The United States Department of Defense has spent decades toying with the idea of unmanned aircraft. In the 1960s, they used supersonic, high-flying drones to fly missions over China.
Need For Drones
It was May of 1960, and CIA pilot Francis Gary Powers was shot down over the Soviet Union while flying the classified U-2 Spy Plane. Of course, the downed plane became the source of an international incident.
President Dwight Eisenhower decided there would be no more manned flights in the Soviet Union’s airspace. But that left the United States with a gap in surveillance since satellites were under development.
Lockheed took the problem head-on. Kelly Johnson, the engineer behind the U-2 Spy Plane and the SR-71 Blackbird, began working on a design in October 1962.
The drone named the D-21 used a lot of the technology that was meant for the A-12. The CIA and U.S. Air Force’s requirements were lengthy.
They wanted it to reach Mach 3.3-3.5, hit an altitude of 87,000- 95,000 feet, and a fuel range of 3,000 nautical miles. The project would be considered a Herculean feat even for current engineers, but Johnson was convinced he could manage.
Testing The D-21
He met all the requirements but used a ramjet engine to make it work. The engine only functions at high altitudes, so it had to be dropped from a plane. In this case, it was the M-21 Blackbird.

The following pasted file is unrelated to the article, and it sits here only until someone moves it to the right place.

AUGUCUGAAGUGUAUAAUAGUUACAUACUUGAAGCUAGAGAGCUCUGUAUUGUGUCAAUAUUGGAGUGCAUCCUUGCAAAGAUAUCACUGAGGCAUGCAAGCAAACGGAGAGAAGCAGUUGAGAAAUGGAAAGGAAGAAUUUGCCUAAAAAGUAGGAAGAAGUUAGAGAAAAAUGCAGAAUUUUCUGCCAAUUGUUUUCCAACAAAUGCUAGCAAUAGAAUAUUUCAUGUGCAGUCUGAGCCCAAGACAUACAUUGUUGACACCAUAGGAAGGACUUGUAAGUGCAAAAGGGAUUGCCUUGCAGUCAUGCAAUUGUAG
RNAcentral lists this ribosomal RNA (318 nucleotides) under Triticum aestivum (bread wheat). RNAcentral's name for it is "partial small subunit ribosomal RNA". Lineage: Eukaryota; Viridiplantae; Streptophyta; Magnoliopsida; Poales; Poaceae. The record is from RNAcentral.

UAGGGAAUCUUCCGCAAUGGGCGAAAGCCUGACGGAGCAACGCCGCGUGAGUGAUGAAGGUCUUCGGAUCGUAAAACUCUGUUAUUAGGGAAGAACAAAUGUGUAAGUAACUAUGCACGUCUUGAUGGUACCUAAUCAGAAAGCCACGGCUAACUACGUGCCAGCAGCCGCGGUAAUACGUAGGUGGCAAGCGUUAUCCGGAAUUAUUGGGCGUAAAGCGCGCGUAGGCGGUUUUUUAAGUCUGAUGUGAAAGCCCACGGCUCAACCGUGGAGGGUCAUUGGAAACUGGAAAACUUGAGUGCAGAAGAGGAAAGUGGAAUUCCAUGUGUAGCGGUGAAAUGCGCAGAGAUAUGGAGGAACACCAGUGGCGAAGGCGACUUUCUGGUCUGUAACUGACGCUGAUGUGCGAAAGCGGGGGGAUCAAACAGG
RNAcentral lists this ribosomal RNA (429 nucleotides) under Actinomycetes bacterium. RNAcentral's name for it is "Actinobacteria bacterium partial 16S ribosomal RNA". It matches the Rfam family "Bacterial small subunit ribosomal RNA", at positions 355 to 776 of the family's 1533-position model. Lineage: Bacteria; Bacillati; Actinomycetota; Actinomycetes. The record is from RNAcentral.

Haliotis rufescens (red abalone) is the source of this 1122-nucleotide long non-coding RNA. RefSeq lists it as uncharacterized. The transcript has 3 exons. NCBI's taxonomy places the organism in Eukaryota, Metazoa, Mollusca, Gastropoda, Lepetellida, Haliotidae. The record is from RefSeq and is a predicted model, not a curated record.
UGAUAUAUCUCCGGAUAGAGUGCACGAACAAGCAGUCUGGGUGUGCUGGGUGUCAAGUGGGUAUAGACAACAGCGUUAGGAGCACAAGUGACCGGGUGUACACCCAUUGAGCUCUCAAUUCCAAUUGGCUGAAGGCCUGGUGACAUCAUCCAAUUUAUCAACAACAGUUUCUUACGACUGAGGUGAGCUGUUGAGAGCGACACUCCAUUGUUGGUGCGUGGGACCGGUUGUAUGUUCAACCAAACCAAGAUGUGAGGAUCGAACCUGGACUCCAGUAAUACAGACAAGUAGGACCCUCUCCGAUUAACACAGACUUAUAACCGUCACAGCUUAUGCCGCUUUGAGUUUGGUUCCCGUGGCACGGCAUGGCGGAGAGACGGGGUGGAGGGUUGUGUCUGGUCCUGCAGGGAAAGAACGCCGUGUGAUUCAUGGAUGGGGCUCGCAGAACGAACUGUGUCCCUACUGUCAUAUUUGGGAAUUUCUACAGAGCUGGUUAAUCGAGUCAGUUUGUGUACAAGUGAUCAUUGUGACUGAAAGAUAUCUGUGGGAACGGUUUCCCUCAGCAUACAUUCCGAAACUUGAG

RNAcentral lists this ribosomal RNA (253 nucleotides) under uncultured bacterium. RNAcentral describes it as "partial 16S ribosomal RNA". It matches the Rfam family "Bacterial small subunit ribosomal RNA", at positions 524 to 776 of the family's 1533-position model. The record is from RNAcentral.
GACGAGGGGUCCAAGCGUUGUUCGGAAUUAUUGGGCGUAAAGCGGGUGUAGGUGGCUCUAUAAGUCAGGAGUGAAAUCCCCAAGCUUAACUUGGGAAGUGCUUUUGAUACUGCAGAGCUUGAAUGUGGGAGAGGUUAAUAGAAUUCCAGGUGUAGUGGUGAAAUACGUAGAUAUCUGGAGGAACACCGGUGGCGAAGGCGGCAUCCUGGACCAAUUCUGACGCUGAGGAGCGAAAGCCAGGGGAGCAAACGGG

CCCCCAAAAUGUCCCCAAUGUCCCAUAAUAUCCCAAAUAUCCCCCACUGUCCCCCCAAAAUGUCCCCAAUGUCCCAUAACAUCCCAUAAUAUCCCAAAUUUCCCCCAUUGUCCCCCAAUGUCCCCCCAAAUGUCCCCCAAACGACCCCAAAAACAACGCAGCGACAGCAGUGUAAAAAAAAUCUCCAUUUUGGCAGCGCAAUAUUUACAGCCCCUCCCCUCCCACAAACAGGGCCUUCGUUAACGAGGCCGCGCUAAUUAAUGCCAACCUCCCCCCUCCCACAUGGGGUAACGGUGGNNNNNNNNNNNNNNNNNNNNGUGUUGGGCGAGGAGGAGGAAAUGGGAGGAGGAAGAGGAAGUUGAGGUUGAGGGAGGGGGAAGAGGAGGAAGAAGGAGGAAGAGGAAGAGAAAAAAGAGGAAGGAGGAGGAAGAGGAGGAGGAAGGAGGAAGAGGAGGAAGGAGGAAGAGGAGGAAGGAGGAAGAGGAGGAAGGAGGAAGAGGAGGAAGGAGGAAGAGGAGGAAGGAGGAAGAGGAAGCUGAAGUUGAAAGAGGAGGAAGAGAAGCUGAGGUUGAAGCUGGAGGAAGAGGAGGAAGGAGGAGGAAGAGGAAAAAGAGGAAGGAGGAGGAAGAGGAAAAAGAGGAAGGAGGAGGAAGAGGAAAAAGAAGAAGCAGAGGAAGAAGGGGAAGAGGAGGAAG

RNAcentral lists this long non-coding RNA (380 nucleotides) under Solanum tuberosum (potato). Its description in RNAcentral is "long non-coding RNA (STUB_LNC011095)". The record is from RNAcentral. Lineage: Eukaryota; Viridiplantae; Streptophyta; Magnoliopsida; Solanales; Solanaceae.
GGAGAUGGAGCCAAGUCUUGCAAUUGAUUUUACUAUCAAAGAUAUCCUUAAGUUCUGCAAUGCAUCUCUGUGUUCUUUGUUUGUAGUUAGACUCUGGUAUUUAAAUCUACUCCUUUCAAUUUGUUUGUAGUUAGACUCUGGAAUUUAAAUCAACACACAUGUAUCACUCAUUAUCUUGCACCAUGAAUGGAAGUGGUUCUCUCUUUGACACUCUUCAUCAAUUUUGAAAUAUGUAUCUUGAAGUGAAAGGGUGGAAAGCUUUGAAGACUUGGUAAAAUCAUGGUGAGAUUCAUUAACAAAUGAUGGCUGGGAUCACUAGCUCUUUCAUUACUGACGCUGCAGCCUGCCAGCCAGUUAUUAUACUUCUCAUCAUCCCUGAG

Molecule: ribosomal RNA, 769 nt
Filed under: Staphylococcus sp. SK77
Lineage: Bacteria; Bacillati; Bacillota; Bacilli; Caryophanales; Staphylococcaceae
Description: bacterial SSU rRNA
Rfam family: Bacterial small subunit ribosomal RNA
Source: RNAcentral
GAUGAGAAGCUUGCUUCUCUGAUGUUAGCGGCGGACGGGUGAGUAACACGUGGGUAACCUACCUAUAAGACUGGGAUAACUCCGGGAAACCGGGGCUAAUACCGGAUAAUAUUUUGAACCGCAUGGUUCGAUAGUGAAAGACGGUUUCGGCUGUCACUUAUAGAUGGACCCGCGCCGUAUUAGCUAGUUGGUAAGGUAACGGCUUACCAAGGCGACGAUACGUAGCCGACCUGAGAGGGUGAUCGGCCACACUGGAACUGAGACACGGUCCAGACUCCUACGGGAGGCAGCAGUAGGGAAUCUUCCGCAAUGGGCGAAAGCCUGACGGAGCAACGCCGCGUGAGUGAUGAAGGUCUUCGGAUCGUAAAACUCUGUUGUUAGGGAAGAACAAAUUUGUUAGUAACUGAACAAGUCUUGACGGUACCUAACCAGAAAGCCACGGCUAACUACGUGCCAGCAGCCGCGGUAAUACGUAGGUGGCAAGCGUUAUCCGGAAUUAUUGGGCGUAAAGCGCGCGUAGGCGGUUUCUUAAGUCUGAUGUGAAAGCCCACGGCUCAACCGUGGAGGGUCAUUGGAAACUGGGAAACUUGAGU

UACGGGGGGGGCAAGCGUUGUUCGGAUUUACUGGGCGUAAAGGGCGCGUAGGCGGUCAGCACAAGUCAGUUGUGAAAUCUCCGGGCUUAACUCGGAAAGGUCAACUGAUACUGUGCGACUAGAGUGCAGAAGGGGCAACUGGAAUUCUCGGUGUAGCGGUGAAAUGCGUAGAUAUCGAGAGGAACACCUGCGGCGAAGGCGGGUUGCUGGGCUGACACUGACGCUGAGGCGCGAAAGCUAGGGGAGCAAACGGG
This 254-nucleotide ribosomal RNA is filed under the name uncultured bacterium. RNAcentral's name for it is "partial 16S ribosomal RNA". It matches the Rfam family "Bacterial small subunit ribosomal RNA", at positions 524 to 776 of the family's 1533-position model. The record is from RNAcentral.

The drone was 43 feet long, and the wings measured 19 feet and looked similar to the A-12. It had a high-resolution camera that took photos while it flew. The photo canisters would be ejected from the drone and floated down to the water. Navy ships would catch them as they came down but would grab them from the water as needed.
If the drone itself was captured, it could self-destruct. Three test flights went well, but the fourth try failed. The drone and the M-21 crashed into one another at Mach 3.25.
The pilots ejected, but before they could be rescued, one of them drowned. After the incident, they moved to deploy the D-21 from a B-52H bomber.
Four drones were launched into Chinese airspace, with two completing their mission. However, one did not eject its film, and the other was irretrievable. The other two were presumed to have been shot down. On July 15, 1971, the program was canceled.